No opener required as Sampson K’s 11

June 3rd, 2019

ARLINGTON -- Rangers right-hander Adrian Sampson did not need an opening act on Sunday afternoon. He also reinforced the belief that he has developed a serious swing-and-miss pitch with his slider.

Sampson was sharp from the beginning, and earned his fourth straight victory in a 5-1 win over the Royals on Sunday at Globe Life Park. The Rangers ended up taking three of four from the Royals and have won 12 of their last 18 games.

Sampson’s last three wins came in relief after the Rangers used an opener in front of him. This time, manager Chris Woodward wanted to see how Sampson looked back in a starting role. The response was overwhelmingly positive.

“That was amazing. Incredible,” Woodward said. “I thought even in the fifth inning he was in complete control. Physically, he wasn’t at his best and he went out there -- that was amazing what he did. It showed me a lot.”

Woodward said he doesn’t foresee using an opener the next time Sampson pitches.

“That’s a pretty good outing to bounce back from,” Woodward said. “I think we need to build some steam off that one, for sure.”

Sampson went a career-high seven innings, allowing one run (a home run by Jorge Soler) on eight hits, no walks and a career-best 11 strikeouts. He is the first Rangers pitcher to strike out 11 without a walk since Cole Hamels on Sept. 19, 2015 against the Mariners. He has won four straight games, but this was the first time he has been the winning pitcher in 11 career starts.

“I mean, I still would have been in the same situation,” Sampson said. “It’s just the first inning. And the first inning was very quick today. I think less than 10 pitches, maybe. So I knew I’d be out there in the heart of it, and it was just good to get a win today.”

The strikeouts reflect the significant improvement Sampson has made with his slider. Nine of 11 strikeouts came on the slider. His previous high for the slider in a game was just four. He also had 13 swings-and-misses overall on the pitch, with the previous high being seven. That was a big question for Sampson entering the season: could he get swing-and-misses?

“That’s something we noticed in Spring Training,” Woodward said. “After a couple of outings in Spring Training, that slider was sharp and he could get some swings and misses. That’s when the conversations started happening, what’s his potential. Today … that’s the best I’ve seen his slider in a few games.”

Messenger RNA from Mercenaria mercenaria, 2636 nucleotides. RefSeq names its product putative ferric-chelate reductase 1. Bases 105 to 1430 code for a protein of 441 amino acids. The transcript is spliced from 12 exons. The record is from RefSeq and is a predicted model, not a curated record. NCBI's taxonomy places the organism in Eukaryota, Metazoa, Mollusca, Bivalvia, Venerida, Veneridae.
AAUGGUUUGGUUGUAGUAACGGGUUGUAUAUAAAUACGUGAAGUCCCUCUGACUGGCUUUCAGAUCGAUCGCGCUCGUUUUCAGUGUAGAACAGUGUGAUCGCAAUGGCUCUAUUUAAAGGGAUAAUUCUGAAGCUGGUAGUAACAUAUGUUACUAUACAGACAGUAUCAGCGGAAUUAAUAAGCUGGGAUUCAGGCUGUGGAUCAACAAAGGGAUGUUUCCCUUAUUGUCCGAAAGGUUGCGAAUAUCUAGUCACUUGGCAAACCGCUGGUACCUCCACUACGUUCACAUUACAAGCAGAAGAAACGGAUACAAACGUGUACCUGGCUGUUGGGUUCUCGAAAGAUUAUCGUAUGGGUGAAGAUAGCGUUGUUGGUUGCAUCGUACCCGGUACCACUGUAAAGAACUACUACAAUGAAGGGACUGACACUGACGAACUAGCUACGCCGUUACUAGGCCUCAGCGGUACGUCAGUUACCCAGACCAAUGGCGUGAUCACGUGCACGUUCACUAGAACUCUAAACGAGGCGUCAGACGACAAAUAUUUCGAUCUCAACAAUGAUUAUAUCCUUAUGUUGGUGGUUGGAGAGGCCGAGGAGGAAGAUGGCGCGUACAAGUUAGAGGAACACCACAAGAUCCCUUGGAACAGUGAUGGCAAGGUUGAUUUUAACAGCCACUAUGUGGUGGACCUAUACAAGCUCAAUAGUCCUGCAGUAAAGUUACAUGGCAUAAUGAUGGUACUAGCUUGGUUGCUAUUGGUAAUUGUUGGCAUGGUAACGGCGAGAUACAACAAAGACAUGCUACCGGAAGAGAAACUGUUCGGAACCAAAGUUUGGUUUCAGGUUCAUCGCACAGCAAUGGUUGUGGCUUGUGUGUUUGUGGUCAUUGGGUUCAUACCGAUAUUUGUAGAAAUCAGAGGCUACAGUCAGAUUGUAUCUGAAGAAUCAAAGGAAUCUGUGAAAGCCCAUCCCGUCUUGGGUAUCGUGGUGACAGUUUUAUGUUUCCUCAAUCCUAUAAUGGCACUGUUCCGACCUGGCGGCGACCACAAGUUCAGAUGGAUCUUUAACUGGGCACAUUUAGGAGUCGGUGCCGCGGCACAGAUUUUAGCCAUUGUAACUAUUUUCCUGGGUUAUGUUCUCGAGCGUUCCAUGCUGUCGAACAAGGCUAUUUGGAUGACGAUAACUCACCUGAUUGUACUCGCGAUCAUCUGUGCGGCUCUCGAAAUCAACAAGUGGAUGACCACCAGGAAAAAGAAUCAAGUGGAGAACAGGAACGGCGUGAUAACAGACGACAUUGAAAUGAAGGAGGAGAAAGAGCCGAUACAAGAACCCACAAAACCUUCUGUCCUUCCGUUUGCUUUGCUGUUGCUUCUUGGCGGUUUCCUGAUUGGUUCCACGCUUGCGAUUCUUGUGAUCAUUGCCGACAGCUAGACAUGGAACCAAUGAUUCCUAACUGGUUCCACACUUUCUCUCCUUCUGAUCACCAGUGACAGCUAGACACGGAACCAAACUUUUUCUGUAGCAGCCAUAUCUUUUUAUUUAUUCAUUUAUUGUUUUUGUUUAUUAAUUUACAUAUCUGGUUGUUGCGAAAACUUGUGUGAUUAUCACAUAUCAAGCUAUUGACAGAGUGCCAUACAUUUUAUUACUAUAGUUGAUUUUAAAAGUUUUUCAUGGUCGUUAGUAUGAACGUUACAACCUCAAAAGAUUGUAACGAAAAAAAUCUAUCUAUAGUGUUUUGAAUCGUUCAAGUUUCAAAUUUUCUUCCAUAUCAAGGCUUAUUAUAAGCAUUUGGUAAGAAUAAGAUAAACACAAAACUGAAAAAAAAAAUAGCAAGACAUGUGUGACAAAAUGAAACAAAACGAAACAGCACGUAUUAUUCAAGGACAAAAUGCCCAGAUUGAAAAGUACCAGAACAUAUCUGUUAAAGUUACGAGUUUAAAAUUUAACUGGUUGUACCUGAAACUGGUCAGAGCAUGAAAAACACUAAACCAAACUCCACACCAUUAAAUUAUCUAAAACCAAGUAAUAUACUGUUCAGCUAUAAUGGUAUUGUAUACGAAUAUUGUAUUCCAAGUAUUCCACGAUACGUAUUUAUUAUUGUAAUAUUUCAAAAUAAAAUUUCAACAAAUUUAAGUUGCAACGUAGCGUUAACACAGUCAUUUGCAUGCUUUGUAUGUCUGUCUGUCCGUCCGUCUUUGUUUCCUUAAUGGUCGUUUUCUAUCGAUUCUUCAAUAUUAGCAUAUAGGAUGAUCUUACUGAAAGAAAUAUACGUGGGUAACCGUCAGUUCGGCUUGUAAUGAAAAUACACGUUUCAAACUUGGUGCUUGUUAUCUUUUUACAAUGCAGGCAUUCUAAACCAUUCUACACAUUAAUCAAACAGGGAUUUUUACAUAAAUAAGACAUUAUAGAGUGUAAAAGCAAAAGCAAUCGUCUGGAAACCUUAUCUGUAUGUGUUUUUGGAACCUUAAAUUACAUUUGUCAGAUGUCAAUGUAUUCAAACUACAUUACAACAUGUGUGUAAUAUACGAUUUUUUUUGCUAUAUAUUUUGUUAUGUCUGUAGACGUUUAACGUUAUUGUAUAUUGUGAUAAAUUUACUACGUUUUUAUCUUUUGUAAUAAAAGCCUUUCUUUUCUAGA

Sampson’s biggest test came in the fifth inning after Cam Gallagher led off with a single. The Rangers were leading 1-0 at the time. Terrance Gore and Billy Hamilton – two of the fastest players in the game – both dropped bunts and beat them out for hits.

That loaded the bases for the top of the Royals’ order. It was also the beginning of Sampson’s third time through their lineup. Coming into the game, opposing hitters were batting .353 off Sampson in his third time through the lineup.

Not this time. Sampson got Whit Merrifield on a soft liner to third baseman Asdrubal Cabrera, and then struck out both Adalberto Mondesi and Alex Gordon to end the inning.

“I was a little unhappy about it,” Sampson said. “I have my feelings about bunting, but you’ve just got to … it’s part of baseball. You’ve just got to deal with it and just keep making your pitches.”

The Rangers responded with two more runs in the bottom of the fifth. Soler led off the sixth with a homer for the Royals only run. But Sampson held the Royals to a 2-for-9 in the third time through the lineup, and struck out Merrifield in his fourth time up to end the seventh.

“He didn’t miss many spots and when he did, we didn’t take advantage of it,” Merrifield said. “The stuff was pretty good, but he just did a good job locating and we didn’t do a great job capitalizing when he made a mistake.”

Miller earning prime-time spot

Shelby Miller, who began the season as a starter but has since been switched to relief, is earning a prime-time role in the bullpen. Miller got the Rangers out of a bases-loaded jam in the eighth by getting Gallagher on a fly ball to center.

Miller has not allowed a run in his last four relief appearances.

“I’m telling you, he’s got no fear,” Woodward said. “He’s executing pitches a lot better. He made it look pretty easy. He has a low heart rate. Those situations are pretty well-suited for him, so that adds a lot of depth to our bullpen if he’s able to handle those roles. Hopefully we can keep putting him in there and see what we’ve got.”